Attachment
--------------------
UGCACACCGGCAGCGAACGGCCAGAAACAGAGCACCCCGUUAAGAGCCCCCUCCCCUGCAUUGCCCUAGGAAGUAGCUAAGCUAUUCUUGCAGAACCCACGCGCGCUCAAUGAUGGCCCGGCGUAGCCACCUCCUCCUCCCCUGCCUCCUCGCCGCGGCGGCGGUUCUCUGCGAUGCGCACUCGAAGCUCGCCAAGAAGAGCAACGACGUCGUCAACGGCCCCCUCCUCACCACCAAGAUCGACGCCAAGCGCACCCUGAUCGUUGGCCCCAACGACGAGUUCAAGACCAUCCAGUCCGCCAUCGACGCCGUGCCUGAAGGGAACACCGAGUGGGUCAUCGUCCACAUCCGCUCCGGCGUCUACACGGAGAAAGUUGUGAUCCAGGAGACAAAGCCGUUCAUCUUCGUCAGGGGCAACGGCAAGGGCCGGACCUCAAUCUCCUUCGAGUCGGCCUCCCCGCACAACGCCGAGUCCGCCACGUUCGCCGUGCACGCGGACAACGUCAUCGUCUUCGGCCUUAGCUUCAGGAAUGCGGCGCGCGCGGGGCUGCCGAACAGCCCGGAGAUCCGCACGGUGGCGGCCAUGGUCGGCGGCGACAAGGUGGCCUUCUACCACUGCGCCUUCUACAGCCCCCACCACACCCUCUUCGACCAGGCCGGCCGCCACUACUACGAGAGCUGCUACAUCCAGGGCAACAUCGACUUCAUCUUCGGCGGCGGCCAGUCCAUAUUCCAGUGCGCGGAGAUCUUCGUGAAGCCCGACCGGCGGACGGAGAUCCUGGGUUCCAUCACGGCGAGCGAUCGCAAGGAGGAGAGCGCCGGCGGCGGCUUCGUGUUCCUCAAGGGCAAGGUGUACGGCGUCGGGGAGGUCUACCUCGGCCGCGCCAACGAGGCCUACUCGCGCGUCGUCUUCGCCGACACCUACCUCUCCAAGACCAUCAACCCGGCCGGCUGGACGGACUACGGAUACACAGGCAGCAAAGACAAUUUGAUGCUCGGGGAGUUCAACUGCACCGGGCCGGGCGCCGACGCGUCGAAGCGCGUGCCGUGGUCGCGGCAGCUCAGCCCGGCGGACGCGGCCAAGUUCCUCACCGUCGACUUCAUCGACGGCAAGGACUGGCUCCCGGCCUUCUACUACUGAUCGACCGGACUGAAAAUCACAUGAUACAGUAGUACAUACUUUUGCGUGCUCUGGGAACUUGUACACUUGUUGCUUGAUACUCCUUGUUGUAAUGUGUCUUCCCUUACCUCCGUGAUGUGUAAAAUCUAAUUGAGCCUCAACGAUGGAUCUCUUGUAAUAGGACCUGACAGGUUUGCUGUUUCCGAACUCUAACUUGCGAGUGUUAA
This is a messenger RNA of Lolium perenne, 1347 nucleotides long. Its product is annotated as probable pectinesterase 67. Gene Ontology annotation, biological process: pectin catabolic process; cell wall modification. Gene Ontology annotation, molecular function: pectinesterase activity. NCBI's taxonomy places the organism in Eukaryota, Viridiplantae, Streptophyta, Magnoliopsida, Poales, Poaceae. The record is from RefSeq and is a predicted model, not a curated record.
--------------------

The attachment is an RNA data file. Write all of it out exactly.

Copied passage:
UGCACACCGGCAGCGAACGGCCAGAAACAGAGCACCCCGUUAAGAGCCCCCUCCCCUGCAUUGCCCUAGGAAGUAGCUAAGCUAUUCUUGCAGAACCCACGCGCGCUCAAUGAUGGCCCGGCGUAGCCACCUCCUCCUCCCCUGCCUCCUCGCCGCGGCGGCGGUUCUCUGCGAUGCGCACUCGAAGCUCGCCAAGAAGAGCAACGACGUCGUCAACGGCCCCCUCCUCACCACCAAGAUCGACGCCAAGCGCACCCUGAUCGUUGGCCCCAACGACGAGUUCAAGACCAUCCAGUCCGCCAUCGACGCCGUGCCUGAAGGGAACACCGAGUGGGUCAUCGUCCACAUCCGCUCCGGCGUCUACACGGAGAAAGUUGUGAUCCAGGAGACAAAGCCGUUCAUCUUCGUCAGGGGCAACGGCAAGGGCCGGACCUCAAUCUCCUUCGAGUCGGCCUCCCCGCACAACGCCGAGUCCGCCACGUUCGCCGUGCACGCGGACAACGUCAUCGUCUUCGGCCUUAGCUUCAGGAAUGCGGCGCGCGCGGGGCUGCCGAACAGCCCGGAGAUCCGCACGGUGGCGGCCAUGGUCGGCGGCGACAAGGUGGCCUUCUACCACUGCGCCUUCUACAGCCCCCACCACACCCUCUUCGACCAGGCCGGCCGCCACUACUACGAGAGCUGCUACAUCCAGGGCAACAUCGACUUCAUCUUCGGCGGCGGCCAGUCCAUAUUCCAGUGCGCGGAGAUCUUCGUGAAGCCCGACCGGCGGACGGAGAUCCUGGGUUCCAUCACGGCGAGCGAUCGCAAGGAGGAGAGCGCCGGCGGCGGCUUCGUGUUCCUCAAGGGCAAGGUGUACGGCGUCGGGGAGGUCUACCUCGGCCGCGCCAACGAGGCCUACUCGCGCGUCGUCUUCGCCGACACCUACCUCUCCAAGACCAUCAACCCGGCCGGCUGGACGGACUACGGAUACACAGGCAGCAAAGACAAUUUGAUGCUCGGGGAGUUCAACUGCACCGGGCCGGGCGCCGACGCGUCGAAGCGCGUGCCGUGGUCGCGGCAGCUCAGCCCGGCGGACGCGGCCAAGUUCCUCACCGUCGACUUCAUCGACGGCAAGGACUGGCUCCCGGCCUUCUACUACUGAUCGACCGGACUGAAAAUCACAUGAUACAGUAGUACAUACUUUUGCGUGCUCUGGGAACUUGUACACUUGUUGCUUGAUACUCCUUGUUGUAAUGUGUCUUCCCUUACCUCCGUGAUGUGUAAAAUCUAAUUGAGCCUCAACGAUGGAUCUCUUGUAAUAGGACCUGACAGGUUUGCUGUUUCCGAACUCUAACUUGCGAGUGUUAA
This is a messenger RNA of Lolium perenne, 1347 nucleotides long. Its product is annotated as probable pectinesterase 67. Gene Ontology annotation, biological process: pectin catabolic process; cell wall modification. Gene Ontology annotation, molecular function: pectinesterase activity. NCBI's taxonomy places the organism in Eukaryota, Viridiplantae, Streptophyta, Magnoliopsida, Poales, Poaceae. The record is from RefSeq and is a predicted model, not a curated record.